Oliver Hoffmeister:
Hide and Seek

Installation view of Hide and Seek. Image courtesy of Gymnasium Gallery, photo credit Colin Davison.

If there is anything that many of us are craving right now, it is playfulness and escapism. Hide and Seek, the exhibition of new paintings by Oliver Hoffmeister at Gymnasium Gallery, offers exactly this. The artist has created a body of work that engages with hidden or imagined narratives about Berwick-upon-Tweed. Drawing upon old photographs and documentation found online, Hoffmeister recreates memories and plays games with our understanding of fiction and reality, allowing the imagination to run wild.  

Hoffmeister’s small paintings have been organised around the gallery, a former gymnasium situated in the town’s historic eighteenth-century barracks, on free standing frames that reference the old gym bars that are still present. They are strikingly colourful and complex and, in a space that is otherwise wooden and timeworn, stand out as small and precious objects. Their edges and fixings are exposed, which makes the paintings seem more three-dimensional and sculptural, inviting the viewer to explore. In the introductory film made to accompany the exhibition, Hoffmeister expresses the importance of a painting to be more than just paint on a two-dimensional surface. 

Immediately eye catching are ‘Midnight Dancer’ (2020) and ‘Crash’ (2021), offering a glimpse of narratives that leave the viewer to work out the rest. ‘Midnight Dancer’ portrays a jester-like character with their face turned away, dressed in an outfit made of various vibrant and patterned Cubist-like surfaces. In the top right-hand corner of the painting is an off-white disc that might allude to a spotlight or the moon. It is left up to us to ponder who this dancer is and where they are. Similarly, in ‘Crash’, airplane wreckage, pictured in an idyllic rural setting that has no obvious landmarks, leaves the viewer wondering.  

These narrative gaps, left open for the viewer, create a seam of mystery which runs through the exhibition. The transient space between fiction and reality is a key element here, disclosing recurring motifs and imagery. For example, ‘Ribbon Cut (1)’ and ‘Ribbon Cut (2)’ (both 2021) show images of a crowd gathering at the ribbon cutting ceremony of the Royal Border Bridge being opened across the River Tweed. The ribbon was cut at both ends of the bridge by the same people. Military figures at the forefront of each have been painted in a range of colour gradients. The first painting, located at the front of the gallery, is in deep hues of orange and green; the second at the back of the space in light pastel hues of pink and blue. Their parallels and subtle differences create a harmonisation of the space, enhanced by the careful positioning of other works on display units around the gymnasium.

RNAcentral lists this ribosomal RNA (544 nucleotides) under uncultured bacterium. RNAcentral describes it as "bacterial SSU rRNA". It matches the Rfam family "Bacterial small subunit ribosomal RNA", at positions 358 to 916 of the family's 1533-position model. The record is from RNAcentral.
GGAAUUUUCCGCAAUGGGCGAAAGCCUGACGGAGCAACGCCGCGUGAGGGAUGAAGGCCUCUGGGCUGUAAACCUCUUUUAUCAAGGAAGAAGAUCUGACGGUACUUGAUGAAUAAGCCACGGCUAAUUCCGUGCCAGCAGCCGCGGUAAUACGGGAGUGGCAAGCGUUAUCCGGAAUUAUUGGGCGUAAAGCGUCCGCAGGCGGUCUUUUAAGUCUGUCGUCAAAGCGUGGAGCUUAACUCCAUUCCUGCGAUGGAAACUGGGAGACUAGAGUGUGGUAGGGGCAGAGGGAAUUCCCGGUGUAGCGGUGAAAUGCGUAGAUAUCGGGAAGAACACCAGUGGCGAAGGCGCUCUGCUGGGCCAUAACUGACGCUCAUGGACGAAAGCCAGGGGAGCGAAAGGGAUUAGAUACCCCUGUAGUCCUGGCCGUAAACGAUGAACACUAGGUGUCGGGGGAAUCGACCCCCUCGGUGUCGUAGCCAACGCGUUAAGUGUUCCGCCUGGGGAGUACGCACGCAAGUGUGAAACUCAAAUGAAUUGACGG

Installation view of Hide and Seek. Image courtesy of Gymnasium Gallery, photo credit Colin Davison.

Both obscure and familiar imagery are combined in a way that drives home the idea these paintings, like all works of art, are open to interpretation. In the central space, ‘Green Dress’ (2020) is a portrait of a lady in a long, period style green dress, clearly referencing the historical photograph that is its inspiration. ‘Amble’ (2020), a side profile of a surreal looking character who has an absurdly long pointed nose sits alongside ‘Mirage’ (2020), depicting a fantastical blue hybrid of ghost and animal. This juxtaposition of wildly different imagery intensifies the sense of ambiguity that manifests between viewer and artwork, creating a dreamlike quality wherein nothing is certain.  

Each piece incorporates historical and contemporary painting techniques, whilst referencing portraiture and figurative painting traditions. In ‘Match Point’ (2020), two tennis players take a break and the scene looks decidedly impressionist. And there’s ‘Untitled (Skull)’ (2020), in which a skull is painted in a traditional still life manner. This series of paintings finds cohesion through a solarised palette and the overlaying of transparent geometric sections. The use of expressive patterns and textures give visual cohesion to the entire body of work in Hide and Seek. 

It is the notion of the revealed subconscious that fits perfectly with the show’s title: a widely recognised game of exploration and discovery. This exhibition serves as a game, inviting the viewer to weave through the works and make up their own stories, reflect on their own histories. The gallery space, an old gymnasium, has windows that face out to the barracks, one of the most historically significant places in Berwick-upon-Tweed. Hide and Seek is a contemporary and imaginative nod to both remembrance and discovery and provides yet another story to tell.  

Oliver Hoffmeister: Hide and Seek runs from 22 May to 27 June 2021 at the  

Gymnasium Gallery, Berwick Visual Arts, Berwick upon Tweed.  

Visitors can book timed slots to visit the exhibition; please visit the Berwick Visual Arts website for more details.  

Michaela Hall is an artist and writer based in Gateshead.  

This review is supported by Berwick Visual Arts.

Published 10.06.2021 by Lesley Guy in Reviews

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